The manner in which U.S. companies are required to handle personal data is about to change dramatically for organizations that have customers, employees or partners in Europe. The United States and the European Union (EU) have recently published details of their highly anticipated new Privacy Shield agreement. The agreement is designed to ensure that personal information of Europeans is protected when U.S. companies import that data to the United States.
The new scheme will require companies to implement revised privacy policies that conform to the new rules and further, compel them to institute tighter restrictions on sharing data with third parties. The new law will also provide Europeans with expanded powers to mount legal challenges if they feel their data has been misused by U.S. companies.
This new deal is intended to replace the earlier EU-US Safe Harbor framework, which was struck down by the Court of Justice of the European Union (CJEU) in October 2015 following a complaint by privacy activist Max Schrems. That ruling invalidated the Safe Harbor framework as the basis for the secure transfer of personal data from the EU to the United States. In an instant, the rules under which U.S. companies had operated for 15 years were suddenly gone. Since October, U.S. companies have been scurrying to conform with alternative EU data-transfer mechanisms, such as instituting “binding corporate rules” and “model clauses” in their contracts, which companies complain are inflexible, onerous and ill-suited to address their business needs. The new Privacy Shield promises to correct these issues, but it will also usher in a new, more restrictive framework that may prove challenging to comply with.
Broadly speaking, here is how the Privacy Shield will operate. U.S. companies will register to be on the Privacy Shield list and self-certify that they meet its requirements. This certification procedure must be done each year. Companies will also have to pledge to not collect more personal information than they need for their business purpose. The U.S. Department of Commerce will have authority to monitor and actively verify those companies’ privacy policies. Privacy Shield participants must be prepared to respond promptly to inquiries and requests by the Department of Commerce for information relating to the Privacy Shield framework, including providing documentation of their compliance. Failure to comply with the new rules may result in sanctions or exclusion from the Privacy Shield.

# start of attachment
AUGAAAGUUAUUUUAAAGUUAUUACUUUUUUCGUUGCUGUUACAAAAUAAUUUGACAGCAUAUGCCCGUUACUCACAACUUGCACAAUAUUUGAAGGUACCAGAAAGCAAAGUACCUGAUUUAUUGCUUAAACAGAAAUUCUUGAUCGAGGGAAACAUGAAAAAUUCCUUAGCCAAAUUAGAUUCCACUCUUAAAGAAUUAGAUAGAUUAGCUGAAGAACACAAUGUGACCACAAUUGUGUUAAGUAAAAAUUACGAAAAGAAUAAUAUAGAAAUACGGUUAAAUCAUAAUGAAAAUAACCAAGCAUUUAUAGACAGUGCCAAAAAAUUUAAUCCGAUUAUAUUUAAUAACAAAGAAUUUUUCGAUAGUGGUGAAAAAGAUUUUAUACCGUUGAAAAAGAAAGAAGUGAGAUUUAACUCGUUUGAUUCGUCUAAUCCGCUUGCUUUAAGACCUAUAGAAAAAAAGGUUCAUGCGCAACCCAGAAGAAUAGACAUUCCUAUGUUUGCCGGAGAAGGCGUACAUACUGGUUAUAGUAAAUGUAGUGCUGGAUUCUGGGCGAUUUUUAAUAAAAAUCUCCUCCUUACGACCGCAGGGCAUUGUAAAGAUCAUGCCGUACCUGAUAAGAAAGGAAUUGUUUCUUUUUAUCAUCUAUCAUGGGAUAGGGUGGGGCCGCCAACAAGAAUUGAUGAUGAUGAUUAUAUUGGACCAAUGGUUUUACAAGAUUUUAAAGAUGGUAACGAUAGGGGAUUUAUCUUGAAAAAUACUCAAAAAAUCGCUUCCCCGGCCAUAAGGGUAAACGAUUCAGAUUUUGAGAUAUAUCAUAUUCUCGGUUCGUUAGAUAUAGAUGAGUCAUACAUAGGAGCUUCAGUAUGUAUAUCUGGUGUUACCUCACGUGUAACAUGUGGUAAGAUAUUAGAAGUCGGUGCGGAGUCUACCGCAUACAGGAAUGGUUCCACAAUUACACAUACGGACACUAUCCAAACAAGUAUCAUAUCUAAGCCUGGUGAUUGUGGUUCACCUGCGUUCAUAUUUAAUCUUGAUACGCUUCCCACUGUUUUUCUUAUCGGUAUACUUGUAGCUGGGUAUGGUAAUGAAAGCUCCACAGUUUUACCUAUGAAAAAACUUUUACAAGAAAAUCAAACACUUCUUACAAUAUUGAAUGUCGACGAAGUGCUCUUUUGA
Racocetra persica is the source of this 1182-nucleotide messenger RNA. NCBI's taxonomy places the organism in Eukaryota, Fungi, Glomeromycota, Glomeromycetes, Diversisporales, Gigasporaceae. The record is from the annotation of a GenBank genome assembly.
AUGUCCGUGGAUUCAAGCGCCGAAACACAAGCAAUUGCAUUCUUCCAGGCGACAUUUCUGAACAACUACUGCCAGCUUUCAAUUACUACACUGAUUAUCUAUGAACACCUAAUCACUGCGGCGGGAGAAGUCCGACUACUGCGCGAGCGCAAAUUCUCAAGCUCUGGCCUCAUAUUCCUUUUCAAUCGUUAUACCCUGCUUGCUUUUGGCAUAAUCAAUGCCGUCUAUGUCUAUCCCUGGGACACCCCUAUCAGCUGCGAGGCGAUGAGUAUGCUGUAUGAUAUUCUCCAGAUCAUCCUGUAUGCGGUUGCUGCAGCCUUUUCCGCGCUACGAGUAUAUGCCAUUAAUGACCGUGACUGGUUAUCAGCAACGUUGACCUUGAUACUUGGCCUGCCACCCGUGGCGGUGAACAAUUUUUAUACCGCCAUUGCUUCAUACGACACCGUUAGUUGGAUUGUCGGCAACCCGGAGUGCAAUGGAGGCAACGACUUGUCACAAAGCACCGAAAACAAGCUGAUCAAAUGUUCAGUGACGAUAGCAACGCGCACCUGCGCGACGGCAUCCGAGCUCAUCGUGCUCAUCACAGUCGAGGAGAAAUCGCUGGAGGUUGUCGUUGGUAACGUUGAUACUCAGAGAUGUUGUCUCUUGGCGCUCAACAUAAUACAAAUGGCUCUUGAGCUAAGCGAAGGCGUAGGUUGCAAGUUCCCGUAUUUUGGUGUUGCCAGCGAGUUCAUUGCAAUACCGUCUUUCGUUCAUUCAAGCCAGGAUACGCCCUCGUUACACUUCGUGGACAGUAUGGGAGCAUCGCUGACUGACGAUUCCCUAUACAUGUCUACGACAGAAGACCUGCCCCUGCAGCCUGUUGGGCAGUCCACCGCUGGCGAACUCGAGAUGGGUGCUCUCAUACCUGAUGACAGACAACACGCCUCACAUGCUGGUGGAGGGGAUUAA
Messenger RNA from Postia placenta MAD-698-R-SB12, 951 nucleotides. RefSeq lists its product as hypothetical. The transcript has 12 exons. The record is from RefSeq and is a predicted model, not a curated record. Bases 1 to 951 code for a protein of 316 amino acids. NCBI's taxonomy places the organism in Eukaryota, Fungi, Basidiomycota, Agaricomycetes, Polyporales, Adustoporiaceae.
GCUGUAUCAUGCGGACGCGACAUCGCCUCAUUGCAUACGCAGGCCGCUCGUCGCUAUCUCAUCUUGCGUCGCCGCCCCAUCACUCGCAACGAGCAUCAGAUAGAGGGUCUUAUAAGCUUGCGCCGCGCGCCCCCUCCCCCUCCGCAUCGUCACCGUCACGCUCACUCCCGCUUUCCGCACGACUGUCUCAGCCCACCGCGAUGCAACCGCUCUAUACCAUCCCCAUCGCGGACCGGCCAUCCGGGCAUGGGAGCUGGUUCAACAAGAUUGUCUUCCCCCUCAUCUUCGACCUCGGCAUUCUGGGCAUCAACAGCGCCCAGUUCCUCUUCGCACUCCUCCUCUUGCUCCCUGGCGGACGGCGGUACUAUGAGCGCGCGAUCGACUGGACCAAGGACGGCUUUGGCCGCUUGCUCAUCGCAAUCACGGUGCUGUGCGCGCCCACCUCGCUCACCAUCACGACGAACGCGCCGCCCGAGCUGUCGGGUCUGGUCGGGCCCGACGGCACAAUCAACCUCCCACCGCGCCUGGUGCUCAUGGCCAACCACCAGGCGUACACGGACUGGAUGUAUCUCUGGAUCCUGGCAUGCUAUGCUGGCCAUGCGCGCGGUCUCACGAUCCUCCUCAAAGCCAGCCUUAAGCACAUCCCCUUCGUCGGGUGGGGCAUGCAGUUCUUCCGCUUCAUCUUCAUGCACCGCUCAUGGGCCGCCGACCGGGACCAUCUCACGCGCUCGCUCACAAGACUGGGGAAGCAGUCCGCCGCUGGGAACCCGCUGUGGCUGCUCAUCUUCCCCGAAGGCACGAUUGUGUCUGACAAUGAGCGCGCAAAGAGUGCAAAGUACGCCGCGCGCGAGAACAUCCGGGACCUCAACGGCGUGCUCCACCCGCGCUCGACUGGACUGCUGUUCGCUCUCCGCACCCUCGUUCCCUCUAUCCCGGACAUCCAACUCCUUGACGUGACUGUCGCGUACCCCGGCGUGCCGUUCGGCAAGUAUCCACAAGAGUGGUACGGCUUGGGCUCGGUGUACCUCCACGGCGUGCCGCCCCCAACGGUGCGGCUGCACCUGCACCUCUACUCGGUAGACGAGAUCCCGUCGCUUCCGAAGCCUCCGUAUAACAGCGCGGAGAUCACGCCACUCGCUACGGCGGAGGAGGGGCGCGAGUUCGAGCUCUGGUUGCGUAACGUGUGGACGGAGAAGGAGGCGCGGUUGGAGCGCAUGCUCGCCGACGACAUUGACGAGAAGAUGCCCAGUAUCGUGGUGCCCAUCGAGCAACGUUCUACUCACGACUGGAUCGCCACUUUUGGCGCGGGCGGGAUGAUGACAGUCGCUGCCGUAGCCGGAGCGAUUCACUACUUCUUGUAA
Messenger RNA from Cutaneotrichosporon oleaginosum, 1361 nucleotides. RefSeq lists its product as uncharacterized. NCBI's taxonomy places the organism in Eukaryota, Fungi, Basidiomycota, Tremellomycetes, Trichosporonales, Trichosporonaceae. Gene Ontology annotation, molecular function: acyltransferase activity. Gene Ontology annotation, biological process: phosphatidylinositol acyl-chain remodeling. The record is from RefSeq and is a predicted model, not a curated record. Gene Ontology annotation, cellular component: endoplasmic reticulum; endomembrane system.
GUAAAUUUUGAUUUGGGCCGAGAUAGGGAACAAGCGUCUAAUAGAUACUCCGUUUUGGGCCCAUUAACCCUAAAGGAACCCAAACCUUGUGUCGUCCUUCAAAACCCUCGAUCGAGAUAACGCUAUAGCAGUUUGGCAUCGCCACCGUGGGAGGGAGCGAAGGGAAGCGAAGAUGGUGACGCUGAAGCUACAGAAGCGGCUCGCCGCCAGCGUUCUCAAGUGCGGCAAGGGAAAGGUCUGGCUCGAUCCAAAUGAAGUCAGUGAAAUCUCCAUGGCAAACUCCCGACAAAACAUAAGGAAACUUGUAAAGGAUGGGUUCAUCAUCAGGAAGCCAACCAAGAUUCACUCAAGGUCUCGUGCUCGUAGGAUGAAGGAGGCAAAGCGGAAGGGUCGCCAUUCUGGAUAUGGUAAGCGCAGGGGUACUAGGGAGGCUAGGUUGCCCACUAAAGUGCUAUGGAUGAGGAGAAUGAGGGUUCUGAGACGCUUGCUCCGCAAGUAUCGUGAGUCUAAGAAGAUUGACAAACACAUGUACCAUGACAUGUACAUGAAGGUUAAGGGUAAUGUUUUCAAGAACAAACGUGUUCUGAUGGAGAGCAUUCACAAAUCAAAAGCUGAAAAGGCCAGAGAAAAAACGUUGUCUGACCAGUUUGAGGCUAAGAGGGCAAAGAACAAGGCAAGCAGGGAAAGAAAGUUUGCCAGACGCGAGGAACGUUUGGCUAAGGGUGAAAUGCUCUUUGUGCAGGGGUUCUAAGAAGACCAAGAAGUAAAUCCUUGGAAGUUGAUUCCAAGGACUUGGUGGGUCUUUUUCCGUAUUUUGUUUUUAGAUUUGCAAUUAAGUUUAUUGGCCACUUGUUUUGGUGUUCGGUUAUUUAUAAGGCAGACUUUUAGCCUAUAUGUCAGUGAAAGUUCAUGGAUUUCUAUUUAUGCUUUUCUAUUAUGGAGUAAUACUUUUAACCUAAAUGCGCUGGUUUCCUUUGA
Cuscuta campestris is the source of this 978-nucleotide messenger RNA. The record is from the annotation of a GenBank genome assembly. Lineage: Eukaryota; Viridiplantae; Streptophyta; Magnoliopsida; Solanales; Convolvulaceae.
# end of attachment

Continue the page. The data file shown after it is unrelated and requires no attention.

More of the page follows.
Under the new law, companies will also have to resolve complaints by European citizens within 45 days. A no-charge alternative dispute resolution will be available in the United States for the benefit of European citizens. Europeans will also be able to alert their local European Data Protection Authorities (DPAs), who will work with the Federal Trade Commission (FTC) to make sure their complaints are properly investigated and resolved. Companies will further have to update their privacy policies to explain how people can access these services. Ultimately, if none of this resolves the complaint, there will be a Privacy Shield panel that can issue binding decisions against U.S. firms.
The new rules also tighten conditions for transfers to third parties by U.S. companies. For many companies whose data storage and processing are often outsourced to vendors, this will require additional due diligence and safeguarding because the U.S. companies serving European customers will remain responsible for the data, even when it is transferred to those subcontractors.
The Privacy Shield will not come into force until the European Commission has adopted an “adequacy finding,” a declaration that the safeguards provided under the new Privacy Shield scheme are equivalent to data protection standards in the EU. It is not a sure thing that EU regulators will give their final approval to the Privacy Shield as drafted. A formal announcement from the EU is expected soon, but none had been made by the time of publication.
While U.S. companies anxiously await approval of the Privacy Shield, they should continue to abide by EU law. Simply waiting for the Privacy Shield to become law may not be a wise strategy. Regulators in Germany have already started cracking down on U.S. companies that are continuing to transfer Europeans’ data under the defunct Safe Harbor agreement. Further, if the EU privacy regulators reject the Privacy Shield, or cause additional delay in its enactment, it will present a host of new challenges for U.S. companies that do business in Europe and that have not adapted to its changing legal landscape.
These data privacy laws are complex and ever-evolving. Clients and lawyers alike should consult with specialized counsel to ensure that they are prepared for these changes. Jon Breyer